The GOP budget proposal would end Medicare, but fiscal hawks will attack anyone who opposes it. What's a White House hopeful to do?
With its big-dollar numbers and radical program changes, the budget proposal released Tuesday by House Budget Chairman Paul Ryan, R-Wis., is daring policy-making of the highest order, but it is as a political document that Ryan's budget might have its most far-reaching implications.
"It is not a political document," insisted Ed Rollins, a GOP consultant. "It is not something as a political strategist I would draft for my candidate to run on."
Nowhere are the reforms more radical than on Medicare, and already the field of prospective Republican presidential candidates is walking a political tightrope in reaction to Ryan's sweeping proposal to convert Medicare into a voucher-based system for people younger than 55.
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Their dilemma is this: Opposition to the Ryan proposal, or even a show of only qualified support, exposes them to charges from the right wing that they are not sufficiently committed to spending-cuts and deficit-reduction, which is now the heart of Republican orthodoxy.
However, if a candidate fully embraced Ryan's proposed entitlement change, he or she risks angering and alienating seniors, a critical part of the GOP's successful 2010 coalition that reclaimed control of the House. Either way, a clear position on the Medicare reform proposal in 2011 could sink them and the party's chances in 2012.
To walk that line, the race's front-runners on Tuesday carved out responses that heaped praise on Ryan, supported his budget in principle, but didn't tie themselves to his plan to change Medicare.
Former Minnesota Gov. Tim Pawlenty complimented Ryan for "offering real leadership" but didn't specifically endorse the budget's provisions. Most of his statement, in fact, reiterated his opposition to raising the debt ceiling next month.
Former Massachusetts Gov. Mitt Romney, used a similar tack, issuing a statement "applauding" Ryan for addressing the country's "financial crisis."
"He is setting the right tone for finally getting spending and entitlements under control," said Romney. "Anyone who has read my book knows that we are on the same page."
In his book, Romney mentions offering seniors a "credit" to buy insurance as one of several proposals to reduce Medicare costs, but the proposal was couched as a suggestion, not a requirement.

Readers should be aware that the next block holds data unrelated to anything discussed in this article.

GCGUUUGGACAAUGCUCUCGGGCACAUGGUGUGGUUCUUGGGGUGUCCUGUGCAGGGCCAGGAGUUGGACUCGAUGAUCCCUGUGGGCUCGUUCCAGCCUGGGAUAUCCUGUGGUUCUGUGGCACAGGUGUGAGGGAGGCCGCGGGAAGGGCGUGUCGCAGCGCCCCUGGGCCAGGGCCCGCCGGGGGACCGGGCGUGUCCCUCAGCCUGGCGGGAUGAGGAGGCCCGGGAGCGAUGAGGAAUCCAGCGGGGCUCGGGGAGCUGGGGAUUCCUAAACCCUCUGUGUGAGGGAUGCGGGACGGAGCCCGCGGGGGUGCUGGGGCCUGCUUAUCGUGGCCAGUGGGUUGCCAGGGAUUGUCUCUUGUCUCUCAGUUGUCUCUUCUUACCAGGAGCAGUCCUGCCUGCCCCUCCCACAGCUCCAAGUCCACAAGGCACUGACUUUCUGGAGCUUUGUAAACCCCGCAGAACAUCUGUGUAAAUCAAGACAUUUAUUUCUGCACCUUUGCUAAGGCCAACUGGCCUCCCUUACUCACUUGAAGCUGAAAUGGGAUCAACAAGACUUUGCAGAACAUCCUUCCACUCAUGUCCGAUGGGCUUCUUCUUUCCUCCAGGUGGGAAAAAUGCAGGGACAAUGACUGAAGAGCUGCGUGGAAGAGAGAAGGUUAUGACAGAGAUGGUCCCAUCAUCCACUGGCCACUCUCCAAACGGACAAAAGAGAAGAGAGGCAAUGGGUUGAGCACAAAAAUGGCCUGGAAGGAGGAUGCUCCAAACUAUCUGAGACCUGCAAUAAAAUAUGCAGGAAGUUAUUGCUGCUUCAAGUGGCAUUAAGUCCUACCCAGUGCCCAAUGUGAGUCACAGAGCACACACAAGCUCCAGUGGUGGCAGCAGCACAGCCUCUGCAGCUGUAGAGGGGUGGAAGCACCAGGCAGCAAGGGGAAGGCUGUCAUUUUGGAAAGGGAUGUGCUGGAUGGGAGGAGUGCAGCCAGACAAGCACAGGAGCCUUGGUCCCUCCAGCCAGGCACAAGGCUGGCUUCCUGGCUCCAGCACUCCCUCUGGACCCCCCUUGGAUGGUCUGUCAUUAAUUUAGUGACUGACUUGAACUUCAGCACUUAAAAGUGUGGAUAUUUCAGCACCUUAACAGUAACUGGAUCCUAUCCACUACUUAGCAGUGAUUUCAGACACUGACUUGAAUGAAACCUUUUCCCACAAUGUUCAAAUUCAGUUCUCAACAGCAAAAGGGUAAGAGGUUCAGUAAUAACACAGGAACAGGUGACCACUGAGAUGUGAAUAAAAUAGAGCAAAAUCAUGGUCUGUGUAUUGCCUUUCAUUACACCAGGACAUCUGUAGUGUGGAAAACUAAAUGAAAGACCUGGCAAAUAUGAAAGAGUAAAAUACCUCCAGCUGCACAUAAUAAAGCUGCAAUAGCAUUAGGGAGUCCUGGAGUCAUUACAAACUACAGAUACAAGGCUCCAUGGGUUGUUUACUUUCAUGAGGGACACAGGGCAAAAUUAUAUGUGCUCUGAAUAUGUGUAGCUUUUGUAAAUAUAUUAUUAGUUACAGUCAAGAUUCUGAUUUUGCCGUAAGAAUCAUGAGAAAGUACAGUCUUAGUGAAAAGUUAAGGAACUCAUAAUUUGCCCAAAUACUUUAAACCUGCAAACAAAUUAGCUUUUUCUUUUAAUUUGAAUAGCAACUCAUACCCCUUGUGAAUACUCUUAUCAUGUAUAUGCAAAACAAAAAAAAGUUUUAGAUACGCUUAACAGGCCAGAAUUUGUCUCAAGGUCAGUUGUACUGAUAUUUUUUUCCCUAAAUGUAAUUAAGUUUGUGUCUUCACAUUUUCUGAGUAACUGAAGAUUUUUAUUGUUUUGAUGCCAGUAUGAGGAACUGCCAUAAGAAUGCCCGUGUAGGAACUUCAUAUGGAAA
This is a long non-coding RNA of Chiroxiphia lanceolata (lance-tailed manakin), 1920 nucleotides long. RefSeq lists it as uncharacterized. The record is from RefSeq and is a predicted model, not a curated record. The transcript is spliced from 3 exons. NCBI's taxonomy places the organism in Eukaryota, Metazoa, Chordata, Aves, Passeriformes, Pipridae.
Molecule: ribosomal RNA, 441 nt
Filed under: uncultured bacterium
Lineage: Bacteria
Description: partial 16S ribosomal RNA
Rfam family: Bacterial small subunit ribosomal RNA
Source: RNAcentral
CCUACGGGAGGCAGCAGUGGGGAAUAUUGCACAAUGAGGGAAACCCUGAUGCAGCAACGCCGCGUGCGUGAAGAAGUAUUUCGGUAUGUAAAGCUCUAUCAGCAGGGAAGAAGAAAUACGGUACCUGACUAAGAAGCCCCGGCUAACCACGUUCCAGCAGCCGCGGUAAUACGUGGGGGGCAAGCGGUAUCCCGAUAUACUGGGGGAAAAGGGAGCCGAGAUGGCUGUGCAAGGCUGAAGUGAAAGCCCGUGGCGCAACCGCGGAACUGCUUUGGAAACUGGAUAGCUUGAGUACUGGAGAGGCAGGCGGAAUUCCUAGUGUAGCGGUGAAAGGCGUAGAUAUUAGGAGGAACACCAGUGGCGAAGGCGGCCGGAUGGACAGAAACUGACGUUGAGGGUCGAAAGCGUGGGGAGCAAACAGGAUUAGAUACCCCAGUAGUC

The written remarks were similar to those given by former Govs. Sarah Palin of Alaska and Mike Huckabee of Arkansas. Palin voiced support for Ryan's budget "roadmap," the precursor to his budget, in a Wall Street Journal opinion piece published late last year, and Huckabee offered support for a voucher system in his latest book. Huckabee released the following statement on Tuesday about the Ryan plan: "It's doubtful the House's proposal will be passed in its current form, and it's unlikely that this one proposal will be the ultimate solution to all of our economic problems. But Congressman Ryan's proposal is certainly a start--one that I support as a small step to restoring fiscal sanity and reducing the size of government."
If the GOP candidates are worried about the political fallout of embracing a Medicare conversion, they have reason.
Seniors, once a lynchpin of the Democrats' electoral strategy, overwhelmingly backed the GOP last year.
Angered by the Affordable Care Act and pushed by a blitz of Republican ads decrying $500 billion in cuts to Medicare Advantage programs it included, 59 percent of seniors supported Republican House candidates in 2010, according to exit polls.
But other surveys suggest a GOP push to change Medicare has the potential to shift many of them back to the Democratic Party. A Society for Human Resource Management/National Journal Congressional Connection Poll last September, conducted with the Pew Research Center, reported 69 percent of seniors oppose converting Medicare, with just 14 percent voicing support.
Some Republican strategists concede that even if the public is more willing to consider entitlement changes than any recent election, it still carries significant political risk.
But if keeping the budget at arm's length is beneficial for a general election, doing so could be a liability in a primary, particularly with economic issues at the forefront of most voters' minds.
Candidates need to support deficit-cutting proposals now, said Chris Chocola, president of the Club for Growth, because tackling the country's debt will only become more difficult.
"If they aren't willing to provide leadership on this issue now, they're not qualified to lead the country," he said.
At least one potential GOP candidate is already pushing his rivals to embrace the proposal, and then some. Former Sen. Rick Santorum, R-Pa., who early in the campaign has carved out a position on the race's right flank, said during an interview that not only does he embrace Ryan's plan for Medicare, he wants Republicans to consider offering it for people older than 55.
"[Seniors] are looking at this saying, 'Hey, we're part of the problem ... and we should be part of the solution."
Santorum's idea would torpedo Republicans' assurances to seniors that they can keep their Medicare as it is, possibly mushrooming the political fallout. But it's indicative of how far some GOP candidates could go to prove their fiscal bona fides.
Conservative voters aren't going to be appeased by candidates who talk about cutting spending but don't offer specifics, said Santorum.
"I just don't think that's going to cut it," he said.
This article appeared in the Wednesday, April 6, 2011 edition of National Journal Daily.
Drop-down bar thumbnail credit: Larry Downing/Reuters